New York, NY – Jan. 22, 2014 – The National Advertising Division has recommended that BP Lubricants USA, Inc., the maker of Castrol EDGE motor oil, discontinue comparative advertising claims based on a “torture” test that pits BP’s product against ExxonMobil Corporation’s “Mobil 1” motor oil.
NAD is an investigative unit of the advertising industry’s system of self-regulation. It is administered by the Council of Better Business Bureaus.
The advertising at issue depicted two cars on dynamometers running at 75 miles per hour on a seven percent grade and fully loaded at 1,600 pounds.
As a voiceover stated: “We pushed Castrol EDGE at maximum output for five days straight,” visuals depicting the control panel of the dynamometer displayed the load, speed and incline, while “Day 1,” “Day 2,” “Day 3,” “Day 4,” and “Day 5” text flashed and the cars ran in the background.
At Day 5, the Mobil 1 engine failed, shooting smoke and sparks into the air while the Castrol EDGE engine continued to run.
NAD reviewed the following claims:
- “DRIVEN STRONGER”
- “Some oils are strong. Castrol EDGE is stronger.”
- “Destroyed Mobil 1 in [BP’s] own test of extreme endurance.”
- “At Castol, when we engineer Castrol EDGE we don’t stop at strong. We’re driven stronger.”
- “Find out what makes Castrol EDGE stronger than all leading synthetic motor oils.”
- “See how Castrol EDGE was proven stronger than Mobil 1.”
- “Stronger than the so-called leading synthetic.”
- “Castol EDGE is engineered stronger.”
- “Castrol EDGE is driven stronger than Mobil 1.”
- “Castrol EDGE 5W-30 lasted longer than Mobil 1 5W-30 in a Castrol extreme test of endurance, with engines running at max output for 5 days.”
- “Castrol. It’s more than just oil. It’s liquid engineering.”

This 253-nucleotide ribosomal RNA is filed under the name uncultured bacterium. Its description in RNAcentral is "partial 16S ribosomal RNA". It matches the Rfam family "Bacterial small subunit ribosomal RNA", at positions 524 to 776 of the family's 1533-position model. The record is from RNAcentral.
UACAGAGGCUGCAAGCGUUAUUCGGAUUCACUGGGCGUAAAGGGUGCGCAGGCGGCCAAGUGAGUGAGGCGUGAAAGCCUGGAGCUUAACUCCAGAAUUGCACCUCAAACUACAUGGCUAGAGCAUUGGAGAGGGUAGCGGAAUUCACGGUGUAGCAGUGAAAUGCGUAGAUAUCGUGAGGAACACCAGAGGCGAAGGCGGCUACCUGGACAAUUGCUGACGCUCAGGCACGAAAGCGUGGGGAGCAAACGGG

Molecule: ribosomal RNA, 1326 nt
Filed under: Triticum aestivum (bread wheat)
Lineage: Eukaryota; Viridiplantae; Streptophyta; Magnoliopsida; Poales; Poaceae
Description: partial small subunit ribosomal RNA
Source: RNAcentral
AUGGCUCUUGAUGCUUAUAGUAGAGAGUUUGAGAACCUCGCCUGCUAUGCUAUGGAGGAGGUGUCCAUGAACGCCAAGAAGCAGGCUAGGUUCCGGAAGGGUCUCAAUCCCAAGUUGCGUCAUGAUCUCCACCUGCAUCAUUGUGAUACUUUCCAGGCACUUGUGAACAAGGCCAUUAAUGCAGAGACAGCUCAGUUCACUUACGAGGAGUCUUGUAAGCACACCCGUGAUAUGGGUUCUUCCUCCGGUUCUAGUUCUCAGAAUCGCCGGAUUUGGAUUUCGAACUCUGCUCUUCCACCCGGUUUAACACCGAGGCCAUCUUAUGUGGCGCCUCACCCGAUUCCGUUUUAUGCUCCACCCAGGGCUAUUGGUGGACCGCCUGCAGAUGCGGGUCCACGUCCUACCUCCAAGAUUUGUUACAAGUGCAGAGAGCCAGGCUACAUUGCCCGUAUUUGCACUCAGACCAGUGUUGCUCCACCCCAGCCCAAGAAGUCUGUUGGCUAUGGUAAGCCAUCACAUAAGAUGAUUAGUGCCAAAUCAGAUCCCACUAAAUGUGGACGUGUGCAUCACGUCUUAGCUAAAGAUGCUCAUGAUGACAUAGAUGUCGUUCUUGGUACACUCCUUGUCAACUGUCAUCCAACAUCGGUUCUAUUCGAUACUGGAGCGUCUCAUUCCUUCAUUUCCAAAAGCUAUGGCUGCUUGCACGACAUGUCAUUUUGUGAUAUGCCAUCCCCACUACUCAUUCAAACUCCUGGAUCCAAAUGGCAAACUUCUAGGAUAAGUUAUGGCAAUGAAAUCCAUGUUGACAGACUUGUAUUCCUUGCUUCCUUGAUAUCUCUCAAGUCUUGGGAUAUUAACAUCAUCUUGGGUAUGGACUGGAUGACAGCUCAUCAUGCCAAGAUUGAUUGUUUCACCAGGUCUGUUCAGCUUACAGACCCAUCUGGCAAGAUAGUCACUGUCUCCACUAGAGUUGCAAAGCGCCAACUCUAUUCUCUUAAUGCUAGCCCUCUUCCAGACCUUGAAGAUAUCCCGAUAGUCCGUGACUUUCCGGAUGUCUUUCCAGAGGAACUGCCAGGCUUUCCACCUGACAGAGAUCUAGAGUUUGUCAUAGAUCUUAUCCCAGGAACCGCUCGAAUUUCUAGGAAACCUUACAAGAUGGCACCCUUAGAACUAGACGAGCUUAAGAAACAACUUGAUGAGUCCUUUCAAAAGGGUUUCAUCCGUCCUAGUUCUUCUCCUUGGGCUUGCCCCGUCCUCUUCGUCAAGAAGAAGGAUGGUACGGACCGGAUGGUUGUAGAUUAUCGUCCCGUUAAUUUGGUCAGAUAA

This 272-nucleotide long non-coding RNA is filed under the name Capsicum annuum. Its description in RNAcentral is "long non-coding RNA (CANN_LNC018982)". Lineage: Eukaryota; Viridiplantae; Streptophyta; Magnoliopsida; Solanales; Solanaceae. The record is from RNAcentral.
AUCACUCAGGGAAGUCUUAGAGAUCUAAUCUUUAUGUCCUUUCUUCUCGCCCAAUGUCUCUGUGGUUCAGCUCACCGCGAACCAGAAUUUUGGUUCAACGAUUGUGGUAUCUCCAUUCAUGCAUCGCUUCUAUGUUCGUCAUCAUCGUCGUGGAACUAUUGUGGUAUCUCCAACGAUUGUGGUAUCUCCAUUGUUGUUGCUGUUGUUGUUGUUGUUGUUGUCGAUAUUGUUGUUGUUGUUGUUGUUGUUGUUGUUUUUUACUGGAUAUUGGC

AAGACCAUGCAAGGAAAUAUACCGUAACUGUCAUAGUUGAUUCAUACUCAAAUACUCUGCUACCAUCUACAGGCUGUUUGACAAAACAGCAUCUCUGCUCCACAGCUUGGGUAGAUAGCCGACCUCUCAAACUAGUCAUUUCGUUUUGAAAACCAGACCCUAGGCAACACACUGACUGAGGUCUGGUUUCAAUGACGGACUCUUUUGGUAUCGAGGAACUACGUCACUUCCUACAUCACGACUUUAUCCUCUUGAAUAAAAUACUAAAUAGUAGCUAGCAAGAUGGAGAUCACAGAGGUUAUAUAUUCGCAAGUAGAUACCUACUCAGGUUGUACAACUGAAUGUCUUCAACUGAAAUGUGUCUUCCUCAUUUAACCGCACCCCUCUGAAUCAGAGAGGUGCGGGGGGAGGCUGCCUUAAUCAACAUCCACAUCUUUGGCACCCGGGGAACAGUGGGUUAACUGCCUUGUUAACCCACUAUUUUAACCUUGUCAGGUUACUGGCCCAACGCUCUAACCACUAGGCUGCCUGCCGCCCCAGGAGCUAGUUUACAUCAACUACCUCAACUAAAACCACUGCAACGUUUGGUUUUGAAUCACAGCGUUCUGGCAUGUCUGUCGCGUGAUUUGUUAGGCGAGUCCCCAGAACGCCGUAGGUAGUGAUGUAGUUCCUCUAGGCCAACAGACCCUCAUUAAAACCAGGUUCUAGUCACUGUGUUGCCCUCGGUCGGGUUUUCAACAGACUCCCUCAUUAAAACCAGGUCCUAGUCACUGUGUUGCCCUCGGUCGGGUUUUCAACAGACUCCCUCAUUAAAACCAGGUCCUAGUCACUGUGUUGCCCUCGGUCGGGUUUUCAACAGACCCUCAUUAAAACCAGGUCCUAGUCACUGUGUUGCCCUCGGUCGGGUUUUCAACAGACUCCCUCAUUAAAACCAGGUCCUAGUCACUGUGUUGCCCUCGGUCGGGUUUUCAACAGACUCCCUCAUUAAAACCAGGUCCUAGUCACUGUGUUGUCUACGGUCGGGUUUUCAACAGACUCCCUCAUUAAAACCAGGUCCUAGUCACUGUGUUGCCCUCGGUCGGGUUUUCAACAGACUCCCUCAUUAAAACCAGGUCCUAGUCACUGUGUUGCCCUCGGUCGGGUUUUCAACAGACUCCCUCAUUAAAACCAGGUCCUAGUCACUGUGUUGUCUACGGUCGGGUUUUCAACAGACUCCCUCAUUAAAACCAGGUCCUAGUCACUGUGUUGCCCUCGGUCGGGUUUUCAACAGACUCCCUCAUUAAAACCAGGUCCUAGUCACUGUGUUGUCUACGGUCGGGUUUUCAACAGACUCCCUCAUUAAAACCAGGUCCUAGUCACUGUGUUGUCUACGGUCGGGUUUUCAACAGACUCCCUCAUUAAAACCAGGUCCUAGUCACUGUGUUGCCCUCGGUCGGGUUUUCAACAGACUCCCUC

In this case, BP relied on a “torture test” to support its claims that its oil was “proven stronger than Mobil 1.” NAD noted in its decision that there was no dispute that the advertising at issue accurately depicted the conditions of the torture test, and the parties agreed that the test conditions did not represent conditions to which consumers would ever subject a car’s engine.
The sole questions for NAD were (1) whether a torture test, when clearly depicting the conditions of the test, must be consumer relevant; and (2) whether BP’s testing was sufficiently reliable to support the comparative claims made.
The advertiser argued that NAD has never held that torture testing must be consumer relevant – only that the testing conditions must be accurately disclosed or depicted in the advertising and that the underlying testing must be reliable. NAD disagreed, noting in its decision that previous NAD cases have made clear that all advertising must be consumer-relevant. Torture tests, NAD noted, can be used to support product claims but only if they represent conditions which have real world relevance.
NAD also noted several weaknesses in the test protocol, including the small sample size, failure to randomize the order of the oils tested, a failure to prepare a statistical design for the number of tests performed and the statistical model to be used for determining statistical significance before the tests were performed.
Following its review of the evidence in the record, NAD determined that the testing was not sufficiently reliable to support the strong comparative claims and denigrating demonstration at issue. NAD recommended that the advertiser discontinue any comparative superiority claims based upon its torture testing.
BP Lubricants USA, in its advertiser’s statement, said the company will appeal to the NARB the portions of the NAD’s decision regarding consumer relevance, as well as NAD’s adverse findings regarding its testing.
“Advertisers have the right to advertise true, distinguishing features of their products even if those distinguishing features are present only in extreme conditions. Consumers can weigh for themselves whether the product attributes are desirable or meaningful to them,” BP noted in its advertiser’s statement.
Further, BP noted, the NAD “has unfortunately struck the wrong balance between BP’s ability to communicate a truthful message and the desire to protect the Challenger from perceived disparagement.”